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Evidence‐based evaluation of the cumulative effects of ecosystem restoration
  • Published Date:
    2016
  • Source:
    Ecosphere 7(3): e01242
Filetype[PDF-938.36 KB]


Details:
  • Description:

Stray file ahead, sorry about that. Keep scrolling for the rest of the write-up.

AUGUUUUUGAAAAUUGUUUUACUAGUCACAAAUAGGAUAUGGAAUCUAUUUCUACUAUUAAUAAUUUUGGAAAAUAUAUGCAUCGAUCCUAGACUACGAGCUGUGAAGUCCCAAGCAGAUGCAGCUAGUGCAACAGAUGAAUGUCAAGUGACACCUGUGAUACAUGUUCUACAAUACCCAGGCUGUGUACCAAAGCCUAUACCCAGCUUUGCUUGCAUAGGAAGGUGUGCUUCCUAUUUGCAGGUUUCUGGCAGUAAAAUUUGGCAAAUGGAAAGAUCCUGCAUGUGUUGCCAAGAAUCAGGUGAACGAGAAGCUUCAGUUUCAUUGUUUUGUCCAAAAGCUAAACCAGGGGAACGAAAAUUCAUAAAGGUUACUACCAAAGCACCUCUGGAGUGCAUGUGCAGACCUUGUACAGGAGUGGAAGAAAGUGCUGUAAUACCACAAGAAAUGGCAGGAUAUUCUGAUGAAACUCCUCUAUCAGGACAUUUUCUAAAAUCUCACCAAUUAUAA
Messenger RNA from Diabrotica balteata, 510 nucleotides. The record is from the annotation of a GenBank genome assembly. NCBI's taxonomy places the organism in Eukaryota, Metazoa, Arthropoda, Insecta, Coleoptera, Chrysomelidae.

This study adapts and applies the evidence‐based approach for causal inference, a medical standard, to the restoration and sustainable management of large‐scale aquatic ecosystems. Despite long‐term investments in restoring aquatic ecosystems, it has proven difficult to adequately synthesize and evaluate program outcomes, and no standard method has been adopted. Complex linkages between restorative actions and ecosystem responses at a landscape scale make evaluations problematic and most programs focus on monitoring and analysis. Herein, we demonstrate a new transdisciplinary approach integrating techniques from evidence‐based medicine, critical thinking, and cumulative effects assessment. Tiered hypotheses about the effects of landscape‐scale restorative actions are identified using an ecosystem conceptual model. The systematic literature review, a health sciences standard since the 1960s, becomes just one of seven lines of evidence assessed collectively, using critical thinking strategies, causal criteria, and cumulative effects categories. As a demonstration, we analyzed data from 166 locations on the Columbia River and estuary representing 12 indicators of habitat and fish response to floodplain restoration actions intended to benefit culturally and economically important, threatened and endangered salmon. Synthesis of the lines of evidence demonstrated that hydrologic reconnection promoted macrodetritis export, prey availability, and juvenile fish access and feeding. Upon evaluation, the evidence was sufficient to infer cross‐boundary, indirect, compounding, and delayed cumulative effects, and suggestive of nonlinear, landscape‐scale, and spatial density effects. Therefore, on the basis of causal inferences regarding food‐web functions, we concluded that the restoration program is having a cumulative beneficial effect on juvenile salmon. The lines of evidence developed are transferable to other ecosystems: modeling of cumulative net ecosystem improvement, physical modeling of ecosystem controlling factors, meta‐analysis of restoration action effectiveness, analysis of data on target species, research on critical ecological uncertainties, evidence‐based review of the literature, and change analysis on the landscape setting. As with medicine, the science of ecological restoration needs scientific approaches to management decisions, particularly because the consequences affect species extinctions and the availability of ecosystem services. This evidence‐based approach will enable restoration in complex coastal, riverine, and tidal‐fluvial ecosystems like the lower Columbia River to be evaluated when data have accumulated without sufficient synthesis.
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